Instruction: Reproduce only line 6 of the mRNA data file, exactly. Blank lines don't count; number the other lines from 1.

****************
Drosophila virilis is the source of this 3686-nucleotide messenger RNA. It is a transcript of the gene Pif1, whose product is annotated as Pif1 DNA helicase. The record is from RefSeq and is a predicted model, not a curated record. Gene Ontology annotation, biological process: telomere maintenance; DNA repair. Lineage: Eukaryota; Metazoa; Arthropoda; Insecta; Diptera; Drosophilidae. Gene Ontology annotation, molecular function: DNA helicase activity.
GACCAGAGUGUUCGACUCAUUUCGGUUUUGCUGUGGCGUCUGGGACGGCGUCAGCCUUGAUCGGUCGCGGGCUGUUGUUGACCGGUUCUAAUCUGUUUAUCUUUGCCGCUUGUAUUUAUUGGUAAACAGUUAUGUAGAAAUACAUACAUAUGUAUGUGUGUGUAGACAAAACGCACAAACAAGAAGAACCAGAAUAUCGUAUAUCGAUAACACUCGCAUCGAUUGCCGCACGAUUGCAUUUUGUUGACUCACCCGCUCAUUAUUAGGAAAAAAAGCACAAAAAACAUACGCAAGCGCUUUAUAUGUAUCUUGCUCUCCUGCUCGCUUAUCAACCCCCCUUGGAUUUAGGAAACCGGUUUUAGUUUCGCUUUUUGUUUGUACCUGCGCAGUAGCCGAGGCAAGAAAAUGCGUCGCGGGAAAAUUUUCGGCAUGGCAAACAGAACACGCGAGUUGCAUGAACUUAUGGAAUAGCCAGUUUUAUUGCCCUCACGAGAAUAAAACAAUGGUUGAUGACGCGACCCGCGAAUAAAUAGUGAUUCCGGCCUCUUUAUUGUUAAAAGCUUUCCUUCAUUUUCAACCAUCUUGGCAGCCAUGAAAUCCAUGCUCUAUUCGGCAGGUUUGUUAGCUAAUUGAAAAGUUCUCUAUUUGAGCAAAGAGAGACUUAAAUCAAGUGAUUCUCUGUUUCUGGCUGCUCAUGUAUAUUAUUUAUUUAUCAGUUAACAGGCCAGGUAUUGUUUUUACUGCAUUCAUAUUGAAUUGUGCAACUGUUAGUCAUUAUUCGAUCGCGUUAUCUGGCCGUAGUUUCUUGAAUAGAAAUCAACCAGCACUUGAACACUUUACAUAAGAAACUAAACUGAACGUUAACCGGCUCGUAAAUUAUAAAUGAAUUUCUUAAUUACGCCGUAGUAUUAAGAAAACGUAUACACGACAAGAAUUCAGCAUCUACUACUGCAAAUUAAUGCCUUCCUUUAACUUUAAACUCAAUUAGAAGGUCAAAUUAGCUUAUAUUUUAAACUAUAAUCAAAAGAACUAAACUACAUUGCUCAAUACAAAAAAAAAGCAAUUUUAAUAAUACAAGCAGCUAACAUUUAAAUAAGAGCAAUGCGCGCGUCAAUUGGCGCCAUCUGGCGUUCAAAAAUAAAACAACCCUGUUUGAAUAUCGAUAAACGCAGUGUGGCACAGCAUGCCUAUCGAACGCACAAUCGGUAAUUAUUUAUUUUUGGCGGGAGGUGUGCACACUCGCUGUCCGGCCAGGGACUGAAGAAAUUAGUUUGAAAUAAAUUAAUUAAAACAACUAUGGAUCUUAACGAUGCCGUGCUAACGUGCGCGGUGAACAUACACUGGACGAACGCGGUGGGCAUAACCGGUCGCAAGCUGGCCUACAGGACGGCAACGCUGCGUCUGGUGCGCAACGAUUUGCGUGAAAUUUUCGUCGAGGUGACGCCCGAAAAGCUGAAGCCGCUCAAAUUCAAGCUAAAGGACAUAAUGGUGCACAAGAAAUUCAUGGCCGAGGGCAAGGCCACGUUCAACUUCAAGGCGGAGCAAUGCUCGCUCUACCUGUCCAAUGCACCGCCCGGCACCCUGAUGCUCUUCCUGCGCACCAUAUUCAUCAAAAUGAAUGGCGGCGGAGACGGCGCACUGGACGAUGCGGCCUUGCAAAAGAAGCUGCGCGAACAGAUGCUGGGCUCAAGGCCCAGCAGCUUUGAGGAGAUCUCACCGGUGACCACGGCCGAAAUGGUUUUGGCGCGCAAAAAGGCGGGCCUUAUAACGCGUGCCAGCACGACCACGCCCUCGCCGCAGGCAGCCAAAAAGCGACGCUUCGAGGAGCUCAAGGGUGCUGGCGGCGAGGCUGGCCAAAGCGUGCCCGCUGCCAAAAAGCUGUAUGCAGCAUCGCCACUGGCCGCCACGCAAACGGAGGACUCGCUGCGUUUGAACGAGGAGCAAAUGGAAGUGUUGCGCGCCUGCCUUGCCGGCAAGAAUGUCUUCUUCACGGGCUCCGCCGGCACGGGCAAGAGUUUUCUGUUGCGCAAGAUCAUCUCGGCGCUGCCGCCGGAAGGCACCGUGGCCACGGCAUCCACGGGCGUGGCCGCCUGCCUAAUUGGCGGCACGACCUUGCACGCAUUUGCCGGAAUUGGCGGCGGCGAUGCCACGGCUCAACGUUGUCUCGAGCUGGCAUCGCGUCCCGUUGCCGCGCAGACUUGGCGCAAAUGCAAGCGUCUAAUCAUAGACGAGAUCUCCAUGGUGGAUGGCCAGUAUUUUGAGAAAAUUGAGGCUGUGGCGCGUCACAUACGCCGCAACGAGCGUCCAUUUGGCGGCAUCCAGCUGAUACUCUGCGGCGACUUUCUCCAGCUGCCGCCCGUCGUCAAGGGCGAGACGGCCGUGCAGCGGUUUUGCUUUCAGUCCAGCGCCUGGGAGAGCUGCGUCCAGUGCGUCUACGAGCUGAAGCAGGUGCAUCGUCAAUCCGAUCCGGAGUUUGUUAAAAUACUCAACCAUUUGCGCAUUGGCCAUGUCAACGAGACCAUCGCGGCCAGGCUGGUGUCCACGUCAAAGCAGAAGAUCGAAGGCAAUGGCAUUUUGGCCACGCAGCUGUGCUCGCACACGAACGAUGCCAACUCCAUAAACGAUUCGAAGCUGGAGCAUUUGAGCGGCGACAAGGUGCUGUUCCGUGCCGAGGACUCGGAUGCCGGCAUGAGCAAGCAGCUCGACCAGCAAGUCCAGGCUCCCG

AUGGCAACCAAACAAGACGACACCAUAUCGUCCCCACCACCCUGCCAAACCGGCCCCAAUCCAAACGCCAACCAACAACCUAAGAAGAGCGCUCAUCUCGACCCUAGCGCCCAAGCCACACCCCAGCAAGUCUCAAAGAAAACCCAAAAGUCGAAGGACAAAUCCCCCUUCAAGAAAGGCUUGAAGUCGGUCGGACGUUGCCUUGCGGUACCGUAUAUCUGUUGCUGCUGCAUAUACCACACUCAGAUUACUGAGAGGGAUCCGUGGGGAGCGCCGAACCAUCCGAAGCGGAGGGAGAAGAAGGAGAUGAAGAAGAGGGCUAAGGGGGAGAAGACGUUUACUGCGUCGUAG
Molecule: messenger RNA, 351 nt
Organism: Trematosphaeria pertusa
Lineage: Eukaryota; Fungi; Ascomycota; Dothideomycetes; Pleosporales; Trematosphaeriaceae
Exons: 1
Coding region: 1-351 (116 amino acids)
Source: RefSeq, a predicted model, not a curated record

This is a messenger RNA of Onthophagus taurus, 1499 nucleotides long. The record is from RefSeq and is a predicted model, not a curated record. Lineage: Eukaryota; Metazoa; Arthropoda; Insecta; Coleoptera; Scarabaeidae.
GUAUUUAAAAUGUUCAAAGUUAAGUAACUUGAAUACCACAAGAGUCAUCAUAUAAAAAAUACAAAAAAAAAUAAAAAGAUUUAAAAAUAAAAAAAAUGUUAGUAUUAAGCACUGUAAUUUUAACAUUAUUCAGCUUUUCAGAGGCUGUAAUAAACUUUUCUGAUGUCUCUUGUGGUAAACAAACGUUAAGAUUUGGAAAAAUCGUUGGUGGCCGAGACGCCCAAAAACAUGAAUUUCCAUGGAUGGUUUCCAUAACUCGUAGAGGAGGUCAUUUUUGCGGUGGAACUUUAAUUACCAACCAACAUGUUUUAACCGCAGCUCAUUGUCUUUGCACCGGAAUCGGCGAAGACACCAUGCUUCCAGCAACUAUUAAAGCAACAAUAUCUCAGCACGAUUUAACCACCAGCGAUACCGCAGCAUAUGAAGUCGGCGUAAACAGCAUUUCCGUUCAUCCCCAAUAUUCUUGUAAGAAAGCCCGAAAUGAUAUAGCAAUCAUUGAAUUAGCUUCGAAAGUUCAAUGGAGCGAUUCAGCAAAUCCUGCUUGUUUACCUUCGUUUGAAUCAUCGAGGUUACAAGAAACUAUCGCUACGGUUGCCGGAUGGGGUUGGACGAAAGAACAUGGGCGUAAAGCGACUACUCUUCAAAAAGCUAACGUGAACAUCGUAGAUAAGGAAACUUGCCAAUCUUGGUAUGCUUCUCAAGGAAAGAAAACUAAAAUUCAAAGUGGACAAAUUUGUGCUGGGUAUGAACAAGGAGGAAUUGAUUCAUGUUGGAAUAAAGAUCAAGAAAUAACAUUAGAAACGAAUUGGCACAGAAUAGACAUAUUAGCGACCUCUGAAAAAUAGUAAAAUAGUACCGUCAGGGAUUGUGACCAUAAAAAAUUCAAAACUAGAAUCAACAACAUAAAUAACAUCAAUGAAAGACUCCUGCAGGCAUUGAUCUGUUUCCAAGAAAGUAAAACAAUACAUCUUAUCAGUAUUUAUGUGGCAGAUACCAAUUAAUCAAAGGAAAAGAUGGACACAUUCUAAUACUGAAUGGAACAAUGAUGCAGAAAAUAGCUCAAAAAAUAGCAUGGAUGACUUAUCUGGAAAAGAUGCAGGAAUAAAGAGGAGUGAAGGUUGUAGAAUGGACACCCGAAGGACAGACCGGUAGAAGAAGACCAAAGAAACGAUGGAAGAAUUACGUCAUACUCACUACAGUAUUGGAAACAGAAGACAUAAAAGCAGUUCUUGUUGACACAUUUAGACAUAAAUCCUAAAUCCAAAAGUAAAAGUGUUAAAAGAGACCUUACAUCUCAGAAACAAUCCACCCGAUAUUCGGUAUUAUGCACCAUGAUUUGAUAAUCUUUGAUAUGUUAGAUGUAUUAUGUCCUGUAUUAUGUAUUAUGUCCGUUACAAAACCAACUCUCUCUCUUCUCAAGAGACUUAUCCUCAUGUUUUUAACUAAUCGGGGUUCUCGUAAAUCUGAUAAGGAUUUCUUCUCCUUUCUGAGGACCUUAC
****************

Lineage: Eukaryota; Fungi; Ascomycota; Dothideomycetes; Pleosporales; Trematosphaeriaceae